China Plans To Turn G20 from Crisis Mechanism into International Policy Coordinator
Aug. 30, 2016 (EIRNS)—James Laurenceson, Deputy Director of the Australia-China Relations Institute at the University of Technology, Sydney, welcomed China’s efforts to turn the G20 "from a crisis response to one that drives long-run improvements in living standards," in an interview with Xinhua published today. "China is the world’s second largest economy and is responsible for 30% of global growth. That makes it an ideal candidate to play a leadership role in ensuring the G20 makes a successful transition and delivers widespread benefits," Laurenceson told Xinhua.
Xinhua reported on Laurenceson’s view in a story on how China seeks to use its chairmanship of the G20 to transform the grouping, "from a crisis committee to a ‘peace time’ steering committee for international policy coordination."
That includes turning the world away from short-term stimulus and monetarism, to what Chinese economists call "supply-side structural reforms," which focus on increasing physical production and technological innovation—a different animal entirely from the austerity and government-reduction which the IMF and Western financiers mean by "structural reforms."
"Short-term stimulus measures to encourage demand such as rapid credit expansion and zero interest rates have hit their limits. Structural reform is now the most realistic way to achieve sustainable improvements in living standards,"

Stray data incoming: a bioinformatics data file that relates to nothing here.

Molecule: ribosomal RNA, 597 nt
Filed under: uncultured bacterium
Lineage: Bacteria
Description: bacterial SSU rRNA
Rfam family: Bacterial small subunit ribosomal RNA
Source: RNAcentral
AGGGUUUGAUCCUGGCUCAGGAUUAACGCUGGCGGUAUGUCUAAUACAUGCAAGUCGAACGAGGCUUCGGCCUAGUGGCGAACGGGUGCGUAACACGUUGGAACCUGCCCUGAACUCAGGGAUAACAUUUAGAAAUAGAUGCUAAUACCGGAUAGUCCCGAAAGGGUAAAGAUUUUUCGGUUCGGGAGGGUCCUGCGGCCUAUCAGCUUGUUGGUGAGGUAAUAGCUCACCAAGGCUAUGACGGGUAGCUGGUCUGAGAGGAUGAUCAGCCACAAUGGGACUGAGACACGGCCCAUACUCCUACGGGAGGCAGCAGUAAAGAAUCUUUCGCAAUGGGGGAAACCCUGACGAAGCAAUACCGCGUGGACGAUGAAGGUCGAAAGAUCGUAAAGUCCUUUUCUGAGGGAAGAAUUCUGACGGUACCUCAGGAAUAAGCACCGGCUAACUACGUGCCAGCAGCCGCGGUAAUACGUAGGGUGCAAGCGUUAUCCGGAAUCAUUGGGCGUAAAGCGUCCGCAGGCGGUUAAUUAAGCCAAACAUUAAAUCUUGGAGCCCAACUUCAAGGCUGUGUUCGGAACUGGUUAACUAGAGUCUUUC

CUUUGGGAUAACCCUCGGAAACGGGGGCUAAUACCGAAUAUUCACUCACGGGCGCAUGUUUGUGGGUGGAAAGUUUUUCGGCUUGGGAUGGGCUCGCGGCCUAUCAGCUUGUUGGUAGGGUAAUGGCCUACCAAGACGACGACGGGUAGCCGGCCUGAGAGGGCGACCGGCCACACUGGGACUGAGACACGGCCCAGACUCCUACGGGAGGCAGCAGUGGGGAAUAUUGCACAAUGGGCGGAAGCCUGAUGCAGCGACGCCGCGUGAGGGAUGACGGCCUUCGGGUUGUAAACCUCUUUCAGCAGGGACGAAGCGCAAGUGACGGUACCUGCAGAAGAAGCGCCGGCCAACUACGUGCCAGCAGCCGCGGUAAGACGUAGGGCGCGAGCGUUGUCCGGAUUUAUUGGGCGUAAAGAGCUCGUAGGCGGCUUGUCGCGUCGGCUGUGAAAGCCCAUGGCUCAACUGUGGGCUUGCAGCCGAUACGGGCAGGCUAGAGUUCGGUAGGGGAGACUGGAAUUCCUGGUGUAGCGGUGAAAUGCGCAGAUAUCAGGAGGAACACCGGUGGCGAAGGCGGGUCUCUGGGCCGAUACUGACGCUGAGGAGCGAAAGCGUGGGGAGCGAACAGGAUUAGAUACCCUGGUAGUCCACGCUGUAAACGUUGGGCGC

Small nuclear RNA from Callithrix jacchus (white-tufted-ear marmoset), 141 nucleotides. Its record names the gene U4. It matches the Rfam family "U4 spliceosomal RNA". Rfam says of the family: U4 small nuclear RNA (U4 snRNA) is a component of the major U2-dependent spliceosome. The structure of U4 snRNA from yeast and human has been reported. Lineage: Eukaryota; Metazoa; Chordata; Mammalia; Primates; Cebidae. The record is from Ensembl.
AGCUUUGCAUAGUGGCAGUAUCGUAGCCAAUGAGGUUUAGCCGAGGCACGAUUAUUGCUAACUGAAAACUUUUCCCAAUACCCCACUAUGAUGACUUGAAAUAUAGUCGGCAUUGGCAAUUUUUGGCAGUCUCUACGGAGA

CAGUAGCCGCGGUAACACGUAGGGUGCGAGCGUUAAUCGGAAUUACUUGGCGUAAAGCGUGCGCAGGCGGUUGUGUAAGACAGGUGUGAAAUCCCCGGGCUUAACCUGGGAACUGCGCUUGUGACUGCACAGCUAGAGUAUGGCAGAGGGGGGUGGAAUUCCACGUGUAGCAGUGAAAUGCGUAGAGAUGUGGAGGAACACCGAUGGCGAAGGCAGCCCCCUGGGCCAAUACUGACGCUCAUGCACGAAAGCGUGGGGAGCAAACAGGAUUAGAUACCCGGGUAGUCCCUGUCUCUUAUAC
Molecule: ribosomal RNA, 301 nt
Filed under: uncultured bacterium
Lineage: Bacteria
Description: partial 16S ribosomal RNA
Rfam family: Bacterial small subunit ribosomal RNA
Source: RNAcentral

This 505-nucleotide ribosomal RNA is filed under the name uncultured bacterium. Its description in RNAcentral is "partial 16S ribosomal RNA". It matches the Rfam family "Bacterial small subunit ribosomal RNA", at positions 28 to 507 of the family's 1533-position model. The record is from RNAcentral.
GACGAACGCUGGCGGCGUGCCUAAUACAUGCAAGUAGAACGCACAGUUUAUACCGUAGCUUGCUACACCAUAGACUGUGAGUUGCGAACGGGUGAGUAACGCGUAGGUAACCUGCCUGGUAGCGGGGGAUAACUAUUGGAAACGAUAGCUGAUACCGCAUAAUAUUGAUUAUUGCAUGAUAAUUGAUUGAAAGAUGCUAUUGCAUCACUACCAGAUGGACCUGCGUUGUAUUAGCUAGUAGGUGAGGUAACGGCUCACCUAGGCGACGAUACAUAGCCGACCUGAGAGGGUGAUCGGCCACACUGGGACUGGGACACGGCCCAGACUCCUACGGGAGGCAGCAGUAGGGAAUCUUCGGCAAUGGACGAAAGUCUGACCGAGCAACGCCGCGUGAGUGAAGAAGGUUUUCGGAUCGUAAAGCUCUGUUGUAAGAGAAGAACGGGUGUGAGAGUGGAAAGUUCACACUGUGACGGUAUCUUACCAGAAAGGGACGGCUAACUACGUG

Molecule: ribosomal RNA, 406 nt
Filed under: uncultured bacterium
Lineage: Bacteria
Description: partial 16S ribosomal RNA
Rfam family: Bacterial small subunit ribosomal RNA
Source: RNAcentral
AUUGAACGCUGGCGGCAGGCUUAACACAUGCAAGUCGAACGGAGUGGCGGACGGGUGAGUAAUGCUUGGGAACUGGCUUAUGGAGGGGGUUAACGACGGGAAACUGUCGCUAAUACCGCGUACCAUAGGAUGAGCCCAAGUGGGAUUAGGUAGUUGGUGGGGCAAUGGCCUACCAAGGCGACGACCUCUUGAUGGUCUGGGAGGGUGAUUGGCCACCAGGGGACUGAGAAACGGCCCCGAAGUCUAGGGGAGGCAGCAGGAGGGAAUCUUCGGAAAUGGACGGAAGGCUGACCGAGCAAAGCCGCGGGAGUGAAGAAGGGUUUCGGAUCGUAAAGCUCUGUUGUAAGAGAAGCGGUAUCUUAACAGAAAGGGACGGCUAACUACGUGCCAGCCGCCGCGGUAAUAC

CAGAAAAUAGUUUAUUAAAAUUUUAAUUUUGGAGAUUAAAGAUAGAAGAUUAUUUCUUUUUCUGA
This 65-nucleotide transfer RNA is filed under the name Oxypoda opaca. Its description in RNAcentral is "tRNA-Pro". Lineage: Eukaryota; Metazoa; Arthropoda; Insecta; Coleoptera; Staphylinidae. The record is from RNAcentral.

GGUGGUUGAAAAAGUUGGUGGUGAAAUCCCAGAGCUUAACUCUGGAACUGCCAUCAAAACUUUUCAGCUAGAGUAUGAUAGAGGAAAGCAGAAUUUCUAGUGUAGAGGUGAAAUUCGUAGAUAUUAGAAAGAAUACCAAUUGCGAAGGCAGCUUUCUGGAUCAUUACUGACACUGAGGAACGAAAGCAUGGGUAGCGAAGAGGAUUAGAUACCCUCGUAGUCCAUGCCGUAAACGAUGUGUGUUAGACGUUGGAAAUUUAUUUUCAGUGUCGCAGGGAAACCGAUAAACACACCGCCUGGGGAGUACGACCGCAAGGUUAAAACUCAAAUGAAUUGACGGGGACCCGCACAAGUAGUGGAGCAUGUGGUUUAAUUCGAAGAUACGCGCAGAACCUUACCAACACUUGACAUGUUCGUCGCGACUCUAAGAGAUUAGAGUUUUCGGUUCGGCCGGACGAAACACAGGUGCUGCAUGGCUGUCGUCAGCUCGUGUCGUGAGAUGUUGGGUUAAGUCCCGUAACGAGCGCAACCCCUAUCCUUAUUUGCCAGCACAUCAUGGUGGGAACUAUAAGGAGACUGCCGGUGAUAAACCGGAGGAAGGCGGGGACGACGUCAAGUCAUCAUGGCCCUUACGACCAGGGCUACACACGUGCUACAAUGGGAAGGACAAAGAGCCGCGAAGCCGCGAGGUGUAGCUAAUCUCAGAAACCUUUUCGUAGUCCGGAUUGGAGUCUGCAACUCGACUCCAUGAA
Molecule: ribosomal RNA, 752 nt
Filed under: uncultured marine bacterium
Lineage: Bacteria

Laurenceson told Xinhua.
An overview of Chinese thinking on this front was made available to U.S. policymakers on Aug. 28 by Washington, D.C.’s National Interest, in a column on "What To Expect from China’s G20 Leadership," authored by Wang Wen, the executive director of the influential Chongyang Institute for Financial Studies at Renmin University in Beijing. Wang laid out China’s intent to prioritize innovative approaches to growth, and
"step up global governance and transform development mechanisms to facilitate production flows on a global scale."
China believes in cooperation on international production-capacity, he wrote,
"and [wants to] forge an inclusive global industrial chain to enable all countries to fully realise their comparative advantage."
Financial governance reforms, and an
"open world economy... [to] balance the developmental needs of countries at different stages of economic development,"
are likewise priorities. "Urbanisation and industrialisation in developing countries is restricted by inadequate technology, equipment and infrastructure. And, in developed countries, equipment and infrastructure rejuvenation is complicated by a shortage of funds and high costs."
Here, China’s "One Belt, One Road" is put forward as exemplary of approaches for resolving these imbalances.